When defining security policies, it is critical to know who the user is and what their privileges should be based on their role, and whether the device itself or the state of the device at the time of connection is in a known good state. Providing controls around what the user can perform once they are sending traffic to the internet is critical, but it’s easier said than done with traditional security solutions, as it is difficult to implement contextual controls with the desired granularity without introducing massive complexity.
In a previous blog, I wrote about an “out-of-the-box” experience for users, using the Netskope integration with Chrome, that was minimally invasive, yet provided deep contextual control to the administrator. The latest Netskope integration with Google Chrome Enterprise and Verified Access helps take this a step further.
To start, let’s examine what the “out-of-the-box” experience looks like here. First, the security administrator would set up an API connection between the Netskope Security Cloud and Google’s Verified Access. This only needs to be done once. This is transparent to the user, as the Google Admin will manage the users, as well as the deployment of the Netskope Chrome Extension on managed Chromebook devices. Now, when a student is given a Chromebook with an account on Google, they simply need to connect it to the network and log in with their Google credentials. At this point, the device is brought under management, the user is identified, the Netskope Extension is pushed to Chrome, and the state of the device is determined going forward. From the user’s perspective, they did nothing else but log into the Chromebook.
Let’s look at a general use case that might be seen in a typical organization. One user is on the Finance team and is constantly working with partners and customers on financial matters. This role requires a potentially significant amount of risky behavior that should be allowed, but needs to be closely monitored at minimum. A second user is a software developer that has access to significant intellectual property but that information should only be shared inside the organization. By using Chrome on an issued Chromebook and leveraging integration with Verified Access, the security administrator can now define deeply rich contextual policies.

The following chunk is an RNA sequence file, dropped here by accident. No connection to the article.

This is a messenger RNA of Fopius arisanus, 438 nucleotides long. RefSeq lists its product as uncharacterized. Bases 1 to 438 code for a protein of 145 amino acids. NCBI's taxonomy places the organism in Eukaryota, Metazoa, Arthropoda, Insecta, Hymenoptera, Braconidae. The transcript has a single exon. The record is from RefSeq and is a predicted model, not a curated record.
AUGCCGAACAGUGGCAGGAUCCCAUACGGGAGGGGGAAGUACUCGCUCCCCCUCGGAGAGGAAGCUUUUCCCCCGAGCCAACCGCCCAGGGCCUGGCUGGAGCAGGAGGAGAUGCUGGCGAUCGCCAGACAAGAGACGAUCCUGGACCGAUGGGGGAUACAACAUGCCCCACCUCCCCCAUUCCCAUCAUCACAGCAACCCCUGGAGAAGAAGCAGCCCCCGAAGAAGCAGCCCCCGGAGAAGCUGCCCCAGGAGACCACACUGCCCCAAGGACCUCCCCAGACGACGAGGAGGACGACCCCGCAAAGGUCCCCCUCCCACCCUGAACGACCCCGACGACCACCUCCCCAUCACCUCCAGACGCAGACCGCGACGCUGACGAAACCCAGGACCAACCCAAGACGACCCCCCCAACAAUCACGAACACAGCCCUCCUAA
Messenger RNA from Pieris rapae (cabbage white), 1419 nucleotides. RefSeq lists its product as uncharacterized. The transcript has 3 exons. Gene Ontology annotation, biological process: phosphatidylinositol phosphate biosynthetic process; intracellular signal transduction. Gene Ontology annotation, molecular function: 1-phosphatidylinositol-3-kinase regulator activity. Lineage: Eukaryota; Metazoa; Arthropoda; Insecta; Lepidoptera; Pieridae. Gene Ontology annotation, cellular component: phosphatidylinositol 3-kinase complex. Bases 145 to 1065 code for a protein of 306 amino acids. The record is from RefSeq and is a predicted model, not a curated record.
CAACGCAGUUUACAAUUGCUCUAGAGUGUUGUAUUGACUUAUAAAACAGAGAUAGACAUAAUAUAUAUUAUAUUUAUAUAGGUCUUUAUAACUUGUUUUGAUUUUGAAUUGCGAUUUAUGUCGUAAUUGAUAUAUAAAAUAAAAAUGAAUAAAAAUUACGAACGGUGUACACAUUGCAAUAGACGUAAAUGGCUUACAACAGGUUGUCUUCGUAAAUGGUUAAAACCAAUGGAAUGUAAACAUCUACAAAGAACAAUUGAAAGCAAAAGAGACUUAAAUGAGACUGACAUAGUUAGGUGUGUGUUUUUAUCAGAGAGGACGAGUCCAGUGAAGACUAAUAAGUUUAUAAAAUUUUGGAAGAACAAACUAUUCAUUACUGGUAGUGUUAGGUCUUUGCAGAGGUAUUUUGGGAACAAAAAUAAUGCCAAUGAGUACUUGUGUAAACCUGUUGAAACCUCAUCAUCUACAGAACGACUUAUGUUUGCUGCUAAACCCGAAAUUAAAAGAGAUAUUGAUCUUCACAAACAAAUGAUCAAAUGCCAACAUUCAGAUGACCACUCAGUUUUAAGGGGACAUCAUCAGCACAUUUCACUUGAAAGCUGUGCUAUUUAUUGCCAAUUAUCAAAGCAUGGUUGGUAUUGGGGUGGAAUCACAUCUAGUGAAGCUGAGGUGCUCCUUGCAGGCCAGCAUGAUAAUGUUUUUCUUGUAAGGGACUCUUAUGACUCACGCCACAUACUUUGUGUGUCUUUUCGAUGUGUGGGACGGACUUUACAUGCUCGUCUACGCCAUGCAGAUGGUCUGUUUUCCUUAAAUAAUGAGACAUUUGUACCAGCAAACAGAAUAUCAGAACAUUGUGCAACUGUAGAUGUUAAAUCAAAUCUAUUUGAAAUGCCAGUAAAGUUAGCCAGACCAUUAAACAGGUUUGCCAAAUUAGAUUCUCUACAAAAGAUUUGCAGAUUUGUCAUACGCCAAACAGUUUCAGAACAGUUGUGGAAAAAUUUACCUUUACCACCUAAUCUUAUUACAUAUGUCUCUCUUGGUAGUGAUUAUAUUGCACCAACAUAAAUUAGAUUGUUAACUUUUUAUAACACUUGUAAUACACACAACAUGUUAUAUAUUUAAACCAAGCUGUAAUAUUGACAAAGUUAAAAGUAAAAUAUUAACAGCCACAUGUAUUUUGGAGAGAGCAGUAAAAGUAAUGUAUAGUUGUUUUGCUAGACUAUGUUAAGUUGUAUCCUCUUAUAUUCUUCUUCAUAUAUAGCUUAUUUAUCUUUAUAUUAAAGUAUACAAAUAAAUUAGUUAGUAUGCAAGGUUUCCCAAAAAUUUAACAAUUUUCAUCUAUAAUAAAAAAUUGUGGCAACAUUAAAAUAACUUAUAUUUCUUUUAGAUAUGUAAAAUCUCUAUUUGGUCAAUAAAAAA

From an enforcement point of view, the Netskope Security Administrator can now define policies based on users or groups, proper use, and state of the device. When the finance user logs in, they require access to multiple file sharing services with the ability to log into those services with multiple private accounts and have relative open access to the Internet. The action of downloading content from a corporate instance of Google Drive and then uploading it to a different file sharing service with a different account is highly risky activity. In this example, this action needs to be allowed based on the role, but it needs to be closely monitored. In the case of the developer user, their work product should only reside inside the organization. This user should not be allowed to upload content to any unsanctioned corporate resource as part of their job function. Both of these requirements are easily met with Netskope Security Cloud and Google Chrome Enterprise.
Since the user and device is being managed by the Google Administrator, those identities and roles are then leveraged for policy definition. Is this a known user, using a known good device that has passed boot verification? These questions are answered before any traffic is sent. Once the user starts to send traffic, it is forwarded to the Netskope Security Cloud that verifies the state of the device and role of the user with Verified Access. Once this has passed, traffic is allowed or denied based on policies defined in Netskope. These policies could be as simple as a block or the user could be presented with a coaching screen as to why the activity was blocked, or that it is considered dangerous but give them the option to proceed.
Netskope is excited to be an inaugural member and is now Google Chrome Enterprise recommended, and part of the Security and Trust solution track. This latest integration with Netskope and Google Chrome Enterprise, with Verified Access, goes a long way toward making the process of defining and applying these contextual controls simple for security leaders, and a hassle-free experience for users working “out-of-the-box” on their Chromebook, so their data is not at risk. Working together, Netskope and Google Chrome Enterprise are continuing the journey to make sure Chromebook users and their data are protected.
Click here to learn more about the Netskope integration with Chrome OS and Chromebook. If you’re interested in other Netskope integrations with Google, check out our pages on Netskope for GCP and Netskope for Google Workspace.